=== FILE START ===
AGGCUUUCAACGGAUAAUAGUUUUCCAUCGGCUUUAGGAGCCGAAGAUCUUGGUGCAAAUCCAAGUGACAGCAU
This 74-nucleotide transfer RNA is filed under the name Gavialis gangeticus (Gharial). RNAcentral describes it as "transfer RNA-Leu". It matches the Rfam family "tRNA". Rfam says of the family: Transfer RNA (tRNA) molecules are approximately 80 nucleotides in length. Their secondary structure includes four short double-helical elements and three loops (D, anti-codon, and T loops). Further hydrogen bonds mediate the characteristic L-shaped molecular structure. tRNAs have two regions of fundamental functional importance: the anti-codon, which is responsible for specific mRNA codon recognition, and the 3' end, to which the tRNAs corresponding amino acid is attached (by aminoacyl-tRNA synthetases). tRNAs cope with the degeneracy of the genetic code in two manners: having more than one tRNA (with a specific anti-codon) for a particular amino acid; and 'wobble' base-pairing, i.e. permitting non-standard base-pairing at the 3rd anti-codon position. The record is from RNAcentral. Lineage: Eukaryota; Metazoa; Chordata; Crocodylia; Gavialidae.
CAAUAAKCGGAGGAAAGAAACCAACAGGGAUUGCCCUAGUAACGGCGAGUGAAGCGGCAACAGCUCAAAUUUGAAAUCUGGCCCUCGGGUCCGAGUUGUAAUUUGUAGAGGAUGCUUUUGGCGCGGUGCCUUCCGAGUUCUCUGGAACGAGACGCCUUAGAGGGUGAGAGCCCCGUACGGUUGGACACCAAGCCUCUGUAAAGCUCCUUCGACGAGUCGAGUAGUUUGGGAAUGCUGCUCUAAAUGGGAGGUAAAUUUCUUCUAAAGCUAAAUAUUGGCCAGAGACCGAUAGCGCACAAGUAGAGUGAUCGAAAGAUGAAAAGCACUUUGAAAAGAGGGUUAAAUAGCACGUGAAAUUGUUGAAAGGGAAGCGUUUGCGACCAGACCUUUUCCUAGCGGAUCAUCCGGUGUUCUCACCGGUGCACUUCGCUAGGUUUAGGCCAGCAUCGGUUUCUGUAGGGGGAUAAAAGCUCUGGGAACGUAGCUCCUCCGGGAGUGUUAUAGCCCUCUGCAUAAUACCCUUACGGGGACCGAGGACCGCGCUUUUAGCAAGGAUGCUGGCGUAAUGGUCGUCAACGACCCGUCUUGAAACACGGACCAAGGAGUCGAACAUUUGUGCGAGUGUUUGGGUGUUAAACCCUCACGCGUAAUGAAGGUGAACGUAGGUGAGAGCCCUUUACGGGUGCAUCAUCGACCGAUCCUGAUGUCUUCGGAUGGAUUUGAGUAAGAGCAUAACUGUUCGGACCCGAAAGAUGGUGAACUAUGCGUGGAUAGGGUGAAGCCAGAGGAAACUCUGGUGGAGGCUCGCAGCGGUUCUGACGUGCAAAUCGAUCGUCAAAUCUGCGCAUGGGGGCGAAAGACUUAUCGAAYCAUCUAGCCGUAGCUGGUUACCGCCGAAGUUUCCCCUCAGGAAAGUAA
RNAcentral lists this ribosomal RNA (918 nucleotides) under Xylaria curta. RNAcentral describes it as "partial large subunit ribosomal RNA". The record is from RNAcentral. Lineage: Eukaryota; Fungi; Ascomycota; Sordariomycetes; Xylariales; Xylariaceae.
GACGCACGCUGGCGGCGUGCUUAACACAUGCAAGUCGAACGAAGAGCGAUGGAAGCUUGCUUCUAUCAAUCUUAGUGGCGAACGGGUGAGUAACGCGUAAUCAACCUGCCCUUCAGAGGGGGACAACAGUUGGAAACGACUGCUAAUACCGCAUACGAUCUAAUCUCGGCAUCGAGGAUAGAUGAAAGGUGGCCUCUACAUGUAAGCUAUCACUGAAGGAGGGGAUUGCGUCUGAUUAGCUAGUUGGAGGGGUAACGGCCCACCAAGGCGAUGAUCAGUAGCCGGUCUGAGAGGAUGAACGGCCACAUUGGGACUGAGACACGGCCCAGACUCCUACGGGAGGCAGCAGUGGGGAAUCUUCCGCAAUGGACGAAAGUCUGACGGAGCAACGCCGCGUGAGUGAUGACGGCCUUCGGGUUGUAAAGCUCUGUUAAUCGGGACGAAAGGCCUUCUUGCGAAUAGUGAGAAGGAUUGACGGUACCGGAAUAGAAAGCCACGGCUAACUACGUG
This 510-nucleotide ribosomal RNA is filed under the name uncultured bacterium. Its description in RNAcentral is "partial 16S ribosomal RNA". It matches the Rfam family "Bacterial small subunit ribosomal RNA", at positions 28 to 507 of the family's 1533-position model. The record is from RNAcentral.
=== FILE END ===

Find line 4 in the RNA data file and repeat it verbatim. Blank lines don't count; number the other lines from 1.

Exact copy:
RNAcentral lists this ribosomal RNA (918 nucleotides) under Xylaria curta. RNAcentral describes it as "partial large subunit ribosomal RNA". The record is from RNAcentral. Lineage: Eukaryota; Fungi; Ascomycota; Sordariomycetes; Xylariales; Xylariaceae.